In one of the  earlier postings of this series (Day 25 SONG #45), I have featured two songs by 16 Horsepower, a band from Denver, Colorado, powered by the voice and lyrics of David Eugene Edwards, making use of (often: dark) religious imagery.  The band broke up in 2005, amongst other reasons, "spiritual differences" were named by the ex-members. Although I had promised to feature some songs by Woven Hand, one of the follow-ups of 16 Horsepower, in this here blog then, now, after completing the first third of the 1000 Songs (although, in reality, this first third contains ~666 songs, cover-versions and alternate versions included), I chose another one by 16 Horsepower, a song that directly speaks to all the dark ghosts bound in my soul:

High fiddle high fiddle low fiddle low
There's a ghost bound in my soul
High fiddle high fiddle low fiddle low
There's a cold blade on my crow*
A crooked in my walk a stumble in my talk
Is what I'm after little girl
Metal on the red overcast in head
I'm goin' down an feelin' ill

High fiddle high fiddle low fiddle low
There's a cold blade on my crow
High fiddle high fiddle low fiddle low
There's a girl that I know
You ain't never had one I don't believe you will
This is your season for standin' still
Metal on the red overcast in head
I'm goin' down an feelin' ill

See boys I've known her from way back
Back when she was dead
Tongues on fire spoke the word
Darkness left her head
Holy my other hand
That's a fuckin' joke
Like a steel cold knife on the bridge of strife
Were the words I spoke

*all the pages containing lyrics of the song I looked up have this as fourth line; but definitely, he sings something else (like: "there's a stone you fixed his crow" - but i do not really understand the words)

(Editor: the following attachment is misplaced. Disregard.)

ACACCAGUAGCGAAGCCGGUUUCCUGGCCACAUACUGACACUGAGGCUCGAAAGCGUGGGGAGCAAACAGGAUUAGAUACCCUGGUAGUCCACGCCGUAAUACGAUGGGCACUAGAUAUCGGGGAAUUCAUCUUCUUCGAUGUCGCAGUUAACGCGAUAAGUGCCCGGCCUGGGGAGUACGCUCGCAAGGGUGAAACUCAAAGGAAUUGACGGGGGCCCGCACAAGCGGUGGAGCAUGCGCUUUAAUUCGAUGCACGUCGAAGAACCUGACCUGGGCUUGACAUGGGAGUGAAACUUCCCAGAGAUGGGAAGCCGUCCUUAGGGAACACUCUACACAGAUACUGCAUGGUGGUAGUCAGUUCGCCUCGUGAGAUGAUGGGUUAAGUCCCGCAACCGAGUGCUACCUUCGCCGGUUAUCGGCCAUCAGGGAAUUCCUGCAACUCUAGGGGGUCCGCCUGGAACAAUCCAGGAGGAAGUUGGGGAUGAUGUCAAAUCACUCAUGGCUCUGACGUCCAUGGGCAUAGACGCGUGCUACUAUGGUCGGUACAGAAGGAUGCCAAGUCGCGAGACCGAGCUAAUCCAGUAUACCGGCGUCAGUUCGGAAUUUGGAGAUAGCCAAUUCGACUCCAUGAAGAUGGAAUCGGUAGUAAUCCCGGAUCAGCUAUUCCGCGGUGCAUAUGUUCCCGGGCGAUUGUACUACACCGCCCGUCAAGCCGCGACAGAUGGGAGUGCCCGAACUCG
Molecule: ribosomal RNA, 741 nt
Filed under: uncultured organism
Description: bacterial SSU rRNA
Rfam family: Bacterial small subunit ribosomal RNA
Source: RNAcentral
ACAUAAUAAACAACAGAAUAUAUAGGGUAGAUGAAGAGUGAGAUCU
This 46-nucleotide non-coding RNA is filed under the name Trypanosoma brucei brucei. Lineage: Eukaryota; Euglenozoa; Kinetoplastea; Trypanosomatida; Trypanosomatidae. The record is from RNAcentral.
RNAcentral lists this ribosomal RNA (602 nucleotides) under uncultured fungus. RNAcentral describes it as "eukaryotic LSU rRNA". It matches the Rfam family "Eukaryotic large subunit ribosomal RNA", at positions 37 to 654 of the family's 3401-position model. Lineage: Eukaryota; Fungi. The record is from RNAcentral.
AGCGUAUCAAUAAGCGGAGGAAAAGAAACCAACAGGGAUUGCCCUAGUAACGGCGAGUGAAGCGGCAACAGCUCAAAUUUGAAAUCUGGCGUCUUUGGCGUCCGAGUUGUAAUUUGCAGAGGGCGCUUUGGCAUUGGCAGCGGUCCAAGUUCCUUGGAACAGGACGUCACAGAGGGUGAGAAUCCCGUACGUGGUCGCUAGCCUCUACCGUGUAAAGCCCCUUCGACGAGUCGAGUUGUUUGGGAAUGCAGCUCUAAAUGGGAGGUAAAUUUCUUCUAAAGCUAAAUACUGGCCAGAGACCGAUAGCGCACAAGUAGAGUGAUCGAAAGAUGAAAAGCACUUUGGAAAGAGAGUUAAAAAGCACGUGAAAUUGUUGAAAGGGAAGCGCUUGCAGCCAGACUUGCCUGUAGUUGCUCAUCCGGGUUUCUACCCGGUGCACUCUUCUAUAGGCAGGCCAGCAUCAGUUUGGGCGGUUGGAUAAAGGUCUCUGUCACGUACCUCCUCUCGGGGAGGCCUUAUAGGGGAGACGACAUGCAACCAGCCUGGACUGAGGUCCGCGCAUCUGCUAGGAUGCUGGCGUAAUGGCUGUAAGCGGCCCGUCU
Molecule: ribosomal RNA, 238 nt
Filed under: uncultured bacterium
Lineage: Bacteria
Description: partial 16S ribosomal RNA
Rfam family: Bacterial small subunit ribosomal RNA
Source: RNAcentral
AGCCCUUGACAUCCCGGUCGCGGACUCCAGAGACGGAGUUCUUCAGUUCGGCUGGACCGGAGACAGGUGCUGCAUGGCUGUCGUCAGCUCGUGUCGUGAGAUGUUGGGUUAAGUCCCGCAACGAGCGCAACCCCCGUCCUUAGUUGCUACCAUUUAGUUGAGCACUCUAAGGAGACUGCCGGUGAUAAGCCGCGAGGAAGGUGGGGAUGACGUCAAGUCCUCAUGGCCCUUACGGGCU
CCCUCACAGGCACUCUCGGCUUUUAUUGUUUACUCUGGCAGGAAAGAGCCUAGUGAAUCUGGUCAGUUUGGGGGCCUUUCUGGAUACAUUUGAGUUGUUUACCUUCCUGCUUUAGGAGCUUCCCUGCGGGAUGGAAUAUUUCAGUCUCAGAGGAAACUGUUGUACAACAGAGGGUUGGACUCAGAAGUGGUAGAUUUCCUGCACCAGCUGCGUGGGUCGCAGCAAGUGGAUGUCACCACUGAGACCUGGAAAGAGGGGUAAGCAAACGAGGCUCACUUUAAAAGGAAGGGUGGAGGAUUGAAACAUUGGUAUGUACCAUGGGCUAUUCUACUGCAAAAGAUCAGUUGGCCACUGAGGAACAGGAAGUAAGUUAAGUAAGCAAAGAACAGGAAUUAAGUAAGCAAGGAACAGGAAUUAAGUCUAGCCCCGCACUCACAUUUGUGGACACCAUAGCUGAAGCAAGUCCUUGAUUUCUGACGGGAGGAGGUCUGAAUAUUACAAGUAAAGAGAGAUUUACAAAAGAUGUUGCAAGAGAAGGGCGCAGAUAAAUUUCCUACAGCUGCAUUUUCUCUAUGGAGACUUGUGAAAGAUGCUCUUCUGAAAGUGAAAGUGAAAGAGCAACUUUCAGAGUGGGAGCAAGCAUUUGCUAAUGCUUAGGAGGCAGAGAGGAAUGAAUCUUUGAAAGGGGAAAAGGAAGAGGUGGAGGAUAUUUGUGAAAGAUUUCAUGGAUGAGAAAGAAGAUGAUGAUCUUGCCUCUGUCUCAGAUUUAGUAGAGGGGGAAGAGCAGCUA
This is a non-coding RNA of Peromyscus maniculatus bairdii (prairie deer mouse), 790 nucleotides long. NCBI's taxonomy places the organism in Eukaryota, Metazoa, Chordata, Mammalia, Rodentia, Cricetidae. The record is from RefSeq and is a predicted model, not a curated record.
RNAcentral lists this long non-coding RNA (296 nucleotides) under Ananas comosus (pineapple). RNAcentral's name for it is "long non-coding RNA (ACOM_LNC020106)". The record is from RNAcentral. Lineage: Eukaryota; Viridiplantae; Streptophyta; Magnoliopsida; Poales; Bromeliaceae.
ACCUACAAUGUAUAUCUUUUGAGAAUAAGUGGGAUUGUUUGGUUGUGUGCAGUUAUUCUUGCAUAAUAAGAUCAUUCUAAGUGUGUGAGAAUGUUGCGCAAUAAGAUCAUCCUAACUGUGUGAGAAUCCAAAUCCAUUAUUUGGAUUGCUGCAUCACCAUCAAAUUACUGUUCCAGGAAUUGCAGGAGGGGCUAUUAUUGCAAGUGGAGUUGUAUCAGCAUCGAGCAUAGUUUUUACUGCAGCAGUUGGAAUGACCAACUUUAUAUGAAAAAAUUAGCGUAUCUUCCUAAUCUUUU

Tuesday, December 3, 2013

1000 SONGS - DAY 301 SONG # 332

DAY 301: One of my Favourite Albums

Lou Reed died recently; from a relatively young age on I have been listening to "Berlin", a kind of concept-album, telling a story about love & hate & addiction & loss & despair (the dark sides of life). In a way, a rather sinister story. The album features fine musicians (like the Brecker Bros., for example) playing great songs like "Men of Good Fortune", "How Do You Think It Feels", "Sad Song" a.s.o. Although there is much of what I do like out of the musical legacy of Lou Reed, many fine songs etc. on other albums he did that probably beat any track featured on "Berlin", this is THE album by Lou I think to be a masterpiece in its entirety, representing more than a collection of songs. I sometimes think that it has not got the appreciation it deserved for simply telling a sad, gloomy story. 
Here we go for  A GLOOMY ALBUM:

Monday, December 2, 2013

1000 SONGS - DAY 300 SONG #331

DAY 300: A Song by the Gourds 

I do not play squash and, although I do like Linus, I do not venerate the Great Pumpkin. In the field of my study of West African Religions, calabashes play some role in old cosmological ideas, in my garden, I grow my own cucumbers and courgettes, as well as red kuris, but musically, I prefer The Gourds, so called Alternative Country Band from Austin, Texas. 
Here is Gangsta Lean (and if you don't like it, f* ya!):